“Miles Ahead,” the long-awaited movie about Miles Davis, will be released in theaters this week after making the rounds of film festivals in the U.S. and Europe. It stars Don Cheadle as the late trumpeter. The film also marks Cheadle’s directorial debut. The score was created by pianist and composer Robert Glasper.
In the nearly 25 years since Miles Davis died, there have been several attempts to translate his life to the screen. (Wesley Snipes was reportedly attached to play him at one point!) But any filmmaker with a pitch had to get the blessing of the Davis family members who are the keepers of the artist's legacy.
Erin Davis is the musician's youngest son and Vince Wilburn Jr. is the trumpeter's nephew. The two cousins, along with Erin's sister, Cheryl Ann Davis, are partners in the Miles Davis estate.
"We're all family but we curate and take care of the legacy of Miles Davis." says Erin Davis.
"It wasn't handed to us. It was bestowed upon us," Wilburn adds. "It's like walking. It's protecting our family crest, so to speak." The two laugh at that idea but they clearly take their job seriously.
Among their responsibilities are managing who and how Davis' music is used, when to issue unreleased tracks, and how to preserve his paintings. Davis was a passionate painter whose work has been collected by the likes of Quincy Jones.
Erin Davis says: "Some people will ask us to license music for samples, and if the content of the music isn't on the up-and-up, so to speak — if it's derogatory in any way, then we know we can't grant that license."
But Davis says that his father wasn't very explicit in his wishes.
He never said, You're going to look after my legacy. Because he never thought about a legacy. He thought about, What am I doing now? But I think he knew that he could trust Vince and I and Cheryl [Ann] and, also at the time, his sister and brother — Vernon and Dorothy — to do what needed to be done. Since we lost Vernon and Dorothy, it's just the three of us now. It's been a learning process, but we always have the passion to do it.
Naturally, if any filmmaker wanted to make a movie based on the life of Miles Davis, he or she had to work with the family. Erin Davis tells The Frame that since his father died in 1991, they've been fielding pitches for feature films.
After he passed away, it was kind of a blur for me 'cause I was 20 years old back then. And I remember our lawyer at the time telling us that Walter Yetnikoff had optioned the movie. He was a big player in the music business back then. I think he said that they had attached Wesley Snipes to play Miles in that incarnation. We were like, Ok, cool. I don't know. We were all still kind of mourning the loss back then.
That didn't pan out. Then I remember having a meeting — I'm not going to say who the principal was in this pitch, but the first thing he wanted to do was have Miles crash his car and have a kilo of cocaine fly out of the car. And I thought, Eh, that's not gonna be too good.
Movie pitches and meetings came and went over the years until 2006, when Wilburn made a bold statement that ended up setting in motion a series of events leading to Don Cheadle and "Miles Ahead."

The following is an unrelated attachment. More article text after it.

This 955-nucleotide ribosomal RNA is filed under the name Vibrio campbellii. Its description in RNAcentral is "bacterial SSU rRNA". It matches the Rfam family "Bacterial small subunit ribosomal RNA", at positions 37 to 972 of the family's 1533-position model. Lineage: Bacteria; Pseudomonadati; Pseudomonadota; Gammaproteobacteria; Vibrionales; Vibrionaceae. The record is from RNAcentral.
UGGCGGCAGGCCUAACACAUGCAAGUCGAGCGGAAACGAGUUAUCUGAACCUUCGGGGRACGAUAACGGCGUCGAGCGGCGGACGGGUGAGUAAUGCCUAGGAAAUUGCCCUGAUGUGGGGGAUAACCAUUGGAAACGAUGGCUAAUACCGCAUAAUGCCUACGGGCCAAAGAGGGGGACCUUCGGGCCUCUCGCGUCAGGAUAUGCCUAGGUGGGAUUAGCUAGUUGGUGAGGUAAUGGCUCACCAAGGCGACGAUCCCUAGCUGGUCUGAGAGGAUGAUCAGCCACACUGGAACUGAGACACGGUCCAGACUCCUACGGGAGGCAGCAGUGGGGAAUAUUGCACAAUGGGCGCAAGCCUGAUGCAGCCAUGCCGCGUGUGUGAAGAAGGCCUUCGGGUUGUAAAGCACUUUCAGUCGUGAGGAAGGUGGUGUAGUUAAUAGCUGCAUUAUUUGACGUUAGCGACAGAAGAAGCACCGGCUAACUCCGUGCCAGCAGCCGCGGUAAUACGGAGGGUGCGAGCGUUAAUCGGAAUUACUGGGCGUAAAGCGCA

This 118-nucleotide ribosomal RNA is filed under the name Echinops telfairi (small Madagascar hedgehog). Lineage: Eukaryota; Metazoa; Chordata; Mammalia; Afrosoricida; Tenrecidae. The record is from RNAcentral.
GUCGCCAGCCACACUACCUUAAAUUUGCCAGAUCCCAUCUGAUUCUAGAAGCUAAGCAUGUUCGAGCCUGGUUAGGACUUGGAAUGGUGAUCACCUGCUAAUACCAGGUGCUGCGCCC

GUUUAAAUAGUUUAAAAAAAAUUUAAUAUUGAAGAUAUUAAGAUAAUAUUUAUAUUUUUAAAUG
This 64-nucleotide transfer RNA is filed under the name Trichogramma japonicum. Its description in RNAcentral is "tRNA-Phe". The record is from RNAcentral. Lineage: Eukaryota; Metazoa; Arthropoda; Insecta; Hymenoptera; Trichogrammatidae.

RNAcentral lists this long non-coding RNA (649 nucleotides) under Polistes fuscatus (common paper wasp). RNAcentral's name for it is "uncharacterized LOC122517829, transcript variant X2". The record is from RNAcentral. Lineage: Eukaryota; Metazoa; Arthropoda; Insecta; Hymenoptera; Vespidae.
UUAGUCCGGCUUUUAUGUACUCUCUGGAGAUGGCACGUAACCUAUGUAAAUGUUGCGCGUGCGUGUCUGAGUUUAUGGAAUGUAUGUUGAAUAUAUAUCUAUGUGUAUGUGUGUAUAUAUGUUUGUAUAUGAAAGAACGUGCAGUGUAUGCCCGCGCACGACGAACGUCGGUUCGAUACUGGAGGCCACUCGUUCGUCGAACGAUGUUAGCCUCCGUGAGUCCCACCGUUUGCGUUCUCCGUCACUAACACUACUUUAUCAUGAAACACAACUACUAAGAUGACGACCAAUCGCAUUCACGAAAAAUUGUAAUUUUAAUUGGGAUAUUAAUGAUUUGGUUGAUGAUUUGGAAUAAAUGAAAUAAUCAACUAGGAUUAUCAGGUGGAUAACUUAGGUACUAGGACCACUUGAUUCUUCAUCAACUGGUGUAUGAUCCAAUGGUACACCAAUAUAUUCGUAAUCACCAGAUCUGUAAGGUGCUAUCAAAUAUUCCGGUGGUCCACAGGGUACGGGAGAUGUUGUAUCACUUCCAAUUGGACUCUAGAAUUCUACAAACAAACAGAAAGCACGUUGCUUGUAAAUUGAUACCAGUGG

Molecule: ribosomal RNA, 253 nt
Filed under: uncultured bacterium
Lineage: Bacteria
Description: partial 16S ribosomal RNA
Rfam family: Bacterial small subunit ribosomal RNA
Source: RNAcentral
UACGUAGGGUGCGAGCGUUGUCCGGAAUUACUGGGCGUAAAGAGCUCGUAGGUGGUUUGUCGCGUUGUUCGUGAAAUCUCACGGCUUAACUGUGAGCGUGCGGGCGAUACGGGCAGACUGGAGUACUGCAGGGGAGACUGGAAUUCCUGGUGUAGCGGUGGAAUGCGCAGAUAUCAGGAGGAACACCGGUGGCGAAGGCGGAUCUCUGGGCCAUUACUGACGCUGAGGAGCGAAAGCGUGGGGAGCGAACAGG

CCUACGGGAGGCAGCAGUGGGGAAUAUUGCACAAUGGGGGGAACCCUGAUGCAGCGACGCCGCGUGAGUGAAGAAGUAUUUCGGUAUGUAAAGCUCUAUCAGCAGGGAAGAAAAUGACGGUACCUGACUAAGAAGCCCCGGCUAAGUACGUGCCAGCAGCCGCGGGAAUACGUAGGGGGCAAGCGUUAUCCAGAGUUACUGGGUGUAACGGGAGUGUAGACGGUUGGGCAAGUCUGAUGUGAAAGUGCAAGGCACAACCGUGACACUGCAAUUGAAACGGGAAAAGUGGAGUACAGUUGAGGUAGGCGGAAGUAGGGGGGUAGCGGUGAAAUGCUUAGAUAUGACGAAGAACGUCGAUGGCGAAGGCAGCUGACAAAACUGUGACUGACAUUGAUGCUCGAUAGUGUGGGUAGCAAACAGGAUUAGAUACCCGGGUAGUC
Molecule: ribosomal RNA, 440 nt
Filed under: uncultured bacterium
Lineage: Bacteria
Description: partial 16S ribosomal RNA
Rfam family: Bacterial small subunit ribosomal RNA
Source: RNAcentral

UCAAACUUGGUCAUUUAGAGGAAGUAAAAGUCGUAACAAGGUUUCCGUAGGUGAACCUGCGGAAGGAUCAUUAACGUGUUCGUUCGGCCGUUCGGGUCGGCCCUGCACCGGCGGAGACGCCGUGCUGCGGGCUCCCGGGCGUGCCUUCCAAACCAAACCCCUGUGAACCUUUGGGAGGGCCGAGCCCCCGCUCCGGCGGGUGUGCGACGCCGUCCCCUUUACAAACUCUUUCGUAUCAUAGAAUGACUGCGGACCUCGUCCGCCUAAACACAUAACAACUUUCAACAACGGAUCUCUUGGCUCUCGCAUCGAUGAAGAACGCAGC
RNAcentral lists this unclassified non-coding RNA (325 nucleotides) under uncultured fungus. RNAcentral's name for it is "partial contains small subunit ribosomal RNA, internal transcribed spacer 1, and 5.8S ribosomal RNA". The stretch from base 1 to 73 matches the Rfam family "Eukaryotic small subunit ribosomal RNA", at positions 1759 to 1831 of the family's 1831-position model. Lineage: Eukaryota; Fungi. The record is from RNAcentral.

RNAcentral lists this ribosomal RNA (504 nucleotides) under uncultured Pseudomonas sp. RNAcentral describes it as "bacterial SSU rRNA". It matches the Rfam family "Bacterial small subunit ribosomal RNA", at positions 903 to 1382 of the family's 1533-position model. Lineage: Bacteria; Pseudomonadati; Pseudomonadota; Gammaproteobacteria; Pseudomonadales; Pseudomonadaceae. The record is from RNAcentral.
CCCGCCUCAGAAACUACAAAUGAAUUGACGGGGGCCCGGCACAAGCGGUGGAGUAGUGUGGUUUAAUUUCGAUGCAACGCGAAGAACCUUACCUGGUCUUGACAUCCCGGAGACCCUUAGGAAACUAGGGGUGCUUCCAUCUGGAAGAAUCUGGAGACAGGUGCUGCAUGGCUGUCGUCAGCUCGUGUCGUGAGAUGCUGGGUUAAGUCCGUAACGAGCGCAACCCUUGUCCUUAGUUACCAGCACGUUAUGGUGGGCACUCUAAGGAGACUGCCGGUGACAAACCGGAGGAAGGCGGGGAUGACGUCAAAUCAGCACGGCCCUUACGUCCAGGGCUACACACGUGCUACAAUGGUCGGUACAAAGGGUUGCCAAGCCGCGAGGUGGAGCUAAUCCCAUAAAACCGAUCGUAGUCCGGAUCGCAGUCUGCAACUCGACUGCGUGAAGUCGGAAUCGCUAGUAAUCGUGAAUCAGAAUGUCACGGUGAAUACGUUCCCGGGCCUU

Davis: We were at the Rock and Roll Hall of Fame. We accepted the induction for Miles. And in the press junket, somebody asked us, Where's the Miles movie?
Wilburn: Yeah, they said, "Who's gonna play Miles?" And I said, "Don Cheadle." But we'd never met him. [Laughter.]
Davis: But he was always at the top of our list. So instead of listening to pitches at that point, we hired our good friend Darryl Porter to be our general manager. He has a movie producing background. And Vince and Darryl were taking meetings with various studios.
Wilburn, Jr: I saw Antoine Fuqua at the gym. So Antoine -- it was a revolving door after we said the name Don Cheadle -- Antoine Fuqua was attached, Herbie Hancock was attached to score. And so it morphed to this, with Robert Glasper, and Don's directorial debut.
The cousins recount the emotional experience of visiting the set of "Miles Ahead" during the Summer of 2015:
"We walked into what's supposed to be West 77th Street — Uncle Miles' brownstone," says Wilburn, who is a producer on the film. "I looked at Erin. We didn't really say much to each other because we felt a vibe. And I started crying."
Erin Davis, who is is an executive producer on the film, was equally moved: "I didn't see Don right away because they were shooting something. But someone handed me some headphones. And I hear someone who sounds very close to my father coming out of these headphones and I'm like, Oh boy. It was like kind of eerie in the best possible way."
Wilburn says that Cheadle was very welcoming to their input.
Another cool thing, when they were finished shooting the dailies, Don would have Erin and I and Darryl, our manager, come to his suite and we would talk about it. He'd say, Hey guys, am I on the right track? I'm don't know if Don would want us to say this, but it involved us.
Erin Davis sums up their role this way.
When you're sitting in a meeting and you're talking about Miles Davis' music, and how it can be used, or how it should be used, or how we want to get it to new listeners, you know this is an exciting job for us. And it's an honor for us.
Among the ways the family is expanding Miles Davis's music to new listeners is through an album by Robert Glasper, “Everything Is Beautiful" set for release on May 27 which is the day after Miles Davis birthday. The legendary musician would have turned 90 years old this year.